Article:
If you hadn’t heard, the Trump Administration declared last week to be “Energy Week”, a week during which the President and his senior officials were focusing on the theme of “U.S. Energy Dominance.” Not “energy independence” or “energy security”, both themes past presidential administrations have focused upon. David Blackmon looks at what this means. Article courtesy Oilprice.com.
So, what does it all mean, and can the United States actually achieve Energy Dominance? Good questions. Here are some answers.
First, when President Trump talks about his goal of Energy Dominance, he’s referring to a plan that envisions implementing policies that encourage four major elements:
- Taking full advantage of America’s amazing abundance of oil, natural gas and coal;
- Increasing exports of all three of those fossil fuels and their related products;
- Relying more on imports of oil from Canada, Mexico and other Western Hemisphere nations, and less on imports from the Middle East and North Africa; and
- Leveraging all of those three elements to enhance U.S. bargaining positions in its foreign policy initiatives.
Right on cue, we saw the President engage in a bit of energy-leveraging during his discussions recently with Indian Prime Minister Narendra Modi, folding India’s growing reliance on U.S. LNG imports into his request for a lessening of the rapidly growing nation’s import tariffs on U.S. goods. We should expect to see the President rely more and more on this sort of leverage as U.S. exports of oil, LNG and coal continue to rapidly grow in coming years. This, more than anything else, is what the President means when he talks about Energy Dominance.
We also have to quit kidding ourselves that OPEC is now some sort of toothless dragon that can no longer control the price of oil
Critics point to the reality that the U.S. currently imports about half of its daily crude oil needs, but they miss the point. This is not a discussion about energy “independence” – the President clearly understands that the U.S. will always be a net importer of crude oil.
The point of the Energy Dominance discussion is to change that import mix so that the U.S. is mainly importing from friendly governments in more stable parts of the world, rather than from often hostile governments in the extremely unstable Middle East and North Africa. Achieving this goal not only will lessen the incentives for the U.S. to constantly be intervening in conflicts and civil wars in those unstable regions, but would also provide the President and his State Department with greater leverage in the complex and often seemingly-intractable negotiations with the region’s governments.
Of course, the big potential stumbling block in all of this is that the U.S. cannot take full advantage of its oil and gas resources unless its thousands of independent producing companies can be profitable by continuing to drill wells. The ability of the federal government to encourage rising domestic production is limited – no amount of reversing of bad regulations or holding of new lease sales on federal lands and waters can provide the industry with that it most needs: sustainable prices for oil and natural gas.
As I write this, the price for WTI is hovering between $44-$45/bbl, which is not a sustainable price for the sort of boom in U.S. production envisioned by the President. The price for natural gas is around $3.10, again, not a price level that is going to produce a long, sustained boom in production and continually rising exports.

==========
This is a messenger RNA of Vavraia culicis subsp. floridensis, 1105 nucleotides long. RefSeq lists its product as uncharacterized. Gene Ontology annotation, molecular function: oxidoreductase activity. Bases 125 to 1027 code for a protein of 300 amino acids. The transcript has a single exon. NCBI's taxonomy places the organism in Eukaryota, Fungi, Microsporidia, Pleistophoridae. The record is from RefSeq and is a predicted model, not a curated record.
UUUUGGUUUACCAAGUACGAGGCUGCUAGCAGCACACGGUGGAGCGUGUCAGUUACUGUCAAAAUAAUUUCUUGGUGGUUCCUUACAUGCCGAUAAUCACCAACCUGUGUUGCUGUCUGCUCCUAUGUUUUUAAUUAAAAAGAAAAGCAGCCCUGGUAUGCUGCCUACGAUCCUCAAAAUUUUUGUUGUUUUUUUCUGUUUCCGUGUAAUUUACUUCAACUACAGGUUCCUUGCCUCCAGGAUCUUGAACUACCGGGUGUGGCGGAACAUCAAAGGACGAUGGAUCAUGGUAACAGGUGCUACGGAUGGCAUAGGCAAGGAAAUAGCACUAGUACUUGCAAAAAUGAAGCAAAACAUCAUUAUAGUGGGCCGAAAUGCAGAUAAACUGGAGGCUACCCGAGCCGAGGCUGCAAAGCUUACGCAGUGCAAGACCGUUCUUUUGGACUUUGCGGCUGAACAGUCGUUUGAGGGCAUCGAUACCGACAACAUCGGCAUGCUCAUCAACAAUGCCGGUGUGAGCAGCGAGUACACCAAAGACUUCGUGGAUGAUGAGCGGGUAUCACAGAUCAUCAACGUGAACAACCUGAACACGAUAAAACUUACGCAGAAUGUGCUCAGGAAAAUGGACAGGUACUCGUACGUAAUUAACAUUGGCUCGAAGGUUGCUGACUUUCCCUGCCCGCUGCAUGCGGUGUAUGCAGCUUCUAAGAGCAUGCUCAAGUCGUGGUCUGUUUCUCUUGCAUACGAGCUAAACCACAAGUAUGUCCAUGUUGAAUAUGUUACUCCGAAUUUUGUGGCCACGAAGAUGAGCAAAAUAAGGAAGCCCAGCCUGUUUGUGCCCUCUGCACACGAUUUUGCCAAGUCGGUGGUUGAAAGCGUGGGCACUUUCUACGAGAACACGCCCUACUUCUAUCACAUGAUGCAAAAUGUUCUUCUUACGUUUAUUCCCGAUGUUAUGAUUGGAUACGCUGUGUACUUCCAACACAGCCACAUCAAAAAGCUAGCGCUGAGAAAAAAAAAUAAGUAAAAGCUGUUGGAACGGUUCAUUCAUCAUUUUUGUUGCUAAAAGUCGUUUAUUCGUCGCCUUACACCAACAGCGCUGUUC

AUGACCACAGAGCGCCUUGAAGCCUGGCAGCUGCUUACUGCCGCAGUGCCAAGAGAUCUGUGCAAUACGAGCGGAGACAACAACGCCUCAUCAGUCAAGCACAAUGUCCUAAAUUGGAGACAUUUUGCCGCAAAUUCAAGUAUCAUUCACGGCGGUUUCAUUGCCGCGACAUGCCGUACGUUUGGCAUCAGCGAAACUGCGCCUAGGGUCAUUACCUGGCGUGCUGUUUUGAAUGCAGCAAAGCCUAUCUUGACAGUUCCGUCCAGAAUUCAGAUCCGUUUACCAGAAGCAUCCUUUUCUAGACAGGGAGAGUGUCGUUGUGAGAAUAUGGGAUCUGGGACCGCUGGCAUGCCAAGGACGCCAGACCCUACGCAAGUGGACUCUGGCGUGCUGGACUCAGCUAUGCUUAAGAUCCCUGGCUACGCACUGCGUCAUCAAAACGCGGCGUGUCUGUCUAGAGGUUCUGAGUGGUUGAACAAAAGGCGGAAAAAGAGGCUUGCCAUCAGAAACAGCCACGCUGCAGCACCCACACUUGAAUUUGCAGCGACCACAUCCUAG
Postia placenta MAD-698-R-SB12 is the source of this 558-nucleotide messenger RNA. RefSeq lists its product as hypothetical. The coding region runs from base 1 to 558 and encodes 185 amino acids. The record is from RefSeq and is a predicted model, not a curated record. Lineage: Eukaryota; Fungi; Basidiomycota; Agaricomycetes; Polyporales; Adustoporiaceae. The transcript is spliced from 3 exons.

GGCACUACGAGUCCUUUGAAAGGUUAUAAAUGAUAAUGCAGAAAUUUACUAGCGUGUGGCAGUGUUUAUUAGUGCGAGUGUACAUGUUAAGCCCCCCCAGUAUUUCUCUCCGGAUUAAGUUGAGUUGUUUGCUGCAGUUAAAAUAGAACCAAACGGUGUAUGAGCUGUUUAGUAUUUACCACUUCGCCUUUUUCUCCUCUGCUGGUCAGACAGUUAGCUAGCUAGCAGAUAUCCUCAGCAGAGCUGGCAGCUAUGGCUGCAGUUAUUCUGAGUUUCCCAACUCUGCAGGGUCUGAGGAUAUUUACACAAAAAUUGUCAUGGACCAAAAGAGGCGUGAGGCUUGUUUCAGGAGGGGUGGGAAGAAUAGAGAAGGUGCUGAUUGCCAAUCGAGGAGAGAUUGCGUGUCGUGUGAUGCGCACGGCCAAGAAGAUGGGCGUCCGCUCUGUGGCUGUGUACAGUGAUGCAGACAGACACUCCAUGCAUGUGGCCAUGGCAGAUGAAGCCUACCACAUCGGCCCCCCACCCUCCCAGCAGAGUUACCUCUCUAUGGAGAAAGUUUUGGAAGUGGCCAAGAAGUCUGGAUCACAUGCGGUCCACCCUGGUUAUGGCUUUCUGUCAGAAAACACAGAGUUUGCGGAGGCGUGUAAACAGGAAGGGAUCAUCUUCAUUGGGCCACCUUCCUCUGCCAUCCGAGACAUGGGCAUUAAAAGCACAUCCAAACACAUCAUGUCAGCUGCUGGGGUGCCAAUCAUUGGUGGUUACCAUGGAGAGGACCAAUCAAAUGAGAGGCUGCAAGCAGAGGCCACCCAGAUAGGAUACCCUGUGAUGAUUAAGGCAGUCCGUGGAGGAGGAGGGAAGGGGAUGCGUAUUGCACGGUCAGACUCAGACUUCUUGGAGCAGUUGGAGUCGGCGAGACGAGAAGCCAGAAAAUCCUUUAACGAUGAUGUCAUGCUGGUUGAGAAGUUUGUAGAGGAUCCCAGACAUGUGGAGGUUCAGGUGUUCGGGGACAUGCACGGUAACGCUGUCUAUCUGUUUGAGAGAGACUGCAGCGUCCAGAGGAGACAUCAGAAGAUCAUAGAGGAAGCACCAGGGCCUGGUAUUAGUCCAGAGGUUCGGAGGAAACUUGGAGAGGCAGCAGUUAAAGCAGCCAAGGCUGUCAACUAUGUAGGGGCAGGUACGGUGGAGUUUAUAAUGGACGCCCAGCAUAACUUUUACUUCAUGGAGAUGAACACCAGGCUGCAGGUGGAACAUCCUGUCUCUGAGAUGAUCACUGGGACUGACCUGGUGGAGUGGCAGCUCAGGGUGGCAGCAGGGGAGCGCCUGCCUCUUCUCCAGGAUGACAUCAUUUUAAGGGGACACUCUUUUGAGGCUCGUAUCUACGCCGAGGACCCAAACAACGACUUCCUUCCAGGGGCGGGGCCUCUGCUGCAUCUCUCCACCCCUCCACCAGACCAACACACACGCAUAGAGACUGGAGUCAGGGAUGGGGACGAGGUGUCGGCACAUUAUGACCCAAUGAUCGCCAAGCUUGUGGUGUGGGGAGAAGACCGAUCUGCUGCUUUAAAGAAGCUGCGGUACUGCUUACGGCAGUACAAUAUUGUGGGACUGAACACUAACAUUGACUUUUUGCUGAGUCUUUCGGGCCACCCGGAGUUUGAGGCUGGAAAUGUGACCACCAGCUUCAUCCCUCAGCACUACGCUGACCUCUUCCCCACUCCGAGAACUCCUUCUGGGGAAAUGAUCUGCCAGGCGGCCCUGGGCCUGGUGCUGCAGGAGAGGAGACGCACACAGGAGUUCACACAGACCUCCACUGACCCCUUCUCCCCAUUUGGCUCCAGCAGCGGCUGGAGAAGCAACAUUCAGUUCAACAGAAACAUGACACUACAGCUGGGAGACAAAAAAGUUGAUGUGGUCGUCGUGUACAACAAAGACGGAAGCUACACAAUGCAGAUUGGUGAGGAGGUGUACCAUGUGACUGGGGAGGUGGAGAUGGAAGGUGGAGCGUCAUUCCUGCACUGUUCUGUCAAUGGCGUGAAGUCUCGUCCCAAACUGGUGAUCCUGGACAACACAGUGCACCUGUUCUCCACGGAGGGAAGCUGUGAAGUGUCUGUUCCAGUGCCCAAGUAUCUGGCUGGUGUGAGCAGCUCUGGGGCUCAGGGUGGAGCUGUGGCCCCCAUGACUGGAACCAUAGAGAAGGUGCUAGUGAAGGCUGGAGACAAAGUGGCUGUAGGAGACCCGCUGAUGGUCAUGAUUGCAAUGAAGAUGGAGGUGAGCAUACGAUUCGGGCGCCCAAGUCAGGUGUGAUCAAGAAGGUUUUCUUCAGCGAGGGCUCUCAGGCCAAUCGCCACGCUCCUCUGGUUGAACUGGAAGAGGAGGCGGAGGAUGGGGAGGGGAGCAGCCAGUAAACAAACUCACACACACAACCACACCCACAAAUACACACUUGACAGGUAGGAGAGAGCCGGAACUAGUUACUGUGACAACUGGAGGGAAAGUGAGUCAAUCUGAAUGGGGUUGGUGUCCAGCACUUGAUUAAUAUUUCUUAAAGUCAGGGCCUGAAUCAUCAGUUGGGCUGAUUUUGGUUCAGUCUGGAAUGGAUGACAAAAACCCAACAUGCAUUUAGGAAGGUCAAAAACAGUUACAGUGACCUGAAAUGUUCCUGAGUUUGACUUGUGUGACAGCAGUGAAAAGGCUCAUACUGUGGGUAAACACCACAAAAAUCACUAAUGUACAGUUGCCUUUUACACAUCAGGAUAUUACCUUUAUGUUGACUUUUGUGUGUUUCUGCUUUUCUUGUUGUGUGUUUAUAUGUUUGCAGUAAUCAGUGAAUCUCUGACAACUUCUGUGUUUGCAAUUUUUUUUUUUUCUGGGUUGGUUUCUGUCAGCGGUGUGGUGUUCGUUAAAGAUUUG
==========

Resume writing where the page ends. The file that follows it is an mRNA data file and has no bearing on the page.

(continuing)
We also have to quit kidding ourselves that OPEC is now some sort of toothless dragon that can no longer control the price of oil. As we witnessed in 2014, Saudi Arabia alone could crash the price for crude in very short order by simply deciding to open its massive spigot.
Yes, U.S. shale producers have become a far more influential player in determining the oil price, thanks to their demonstrated ability to rapidly ramp-up overall production. But that very ability, combined with the fact that the U.S. government cannot exert actual control over the industry’s behavior, is what has led to the current dip in prices, and, unless some element of that equation were to shift, will lead the industry to drill itself into a lower price situation again in the future anytime the price for WTI goes back above $50/bbl.
President Trump, as we have all seen, is very different when it comes to taking advantage of America’s amazing abundance of fossil fuels
The U.S. industry has found itself in a similar price paradigm related to natural gas for six years now, due to the same factors of amazing abundance and the ability to rapidly increase overall production whenever the price rises to a more sustainable level. Thus, rather than the sustained boom in U.S. oil and gas production that feeds a massive increase in exports that the Administration envisions, the more likely scenario is for years of ups and downs that produce a slower rate of overall production growth.
That said, even such a slower growth rate can work to the advantage of a president who is willing to make use of it. That is something that President Obama was unwilling to do. President Trump, as we have all seen, is very different when it comes to taking advantage of America’s amazing abundance of fossil fuels.
Mr. Trump may not be able to achieve the Energy Dominance he seeks, but there is no doubt the U.S. oil and gas industry can and will provide him with plenty of Energy Leverage in the coming years.
This article was first published by Oilprice.com and is republished here with permission.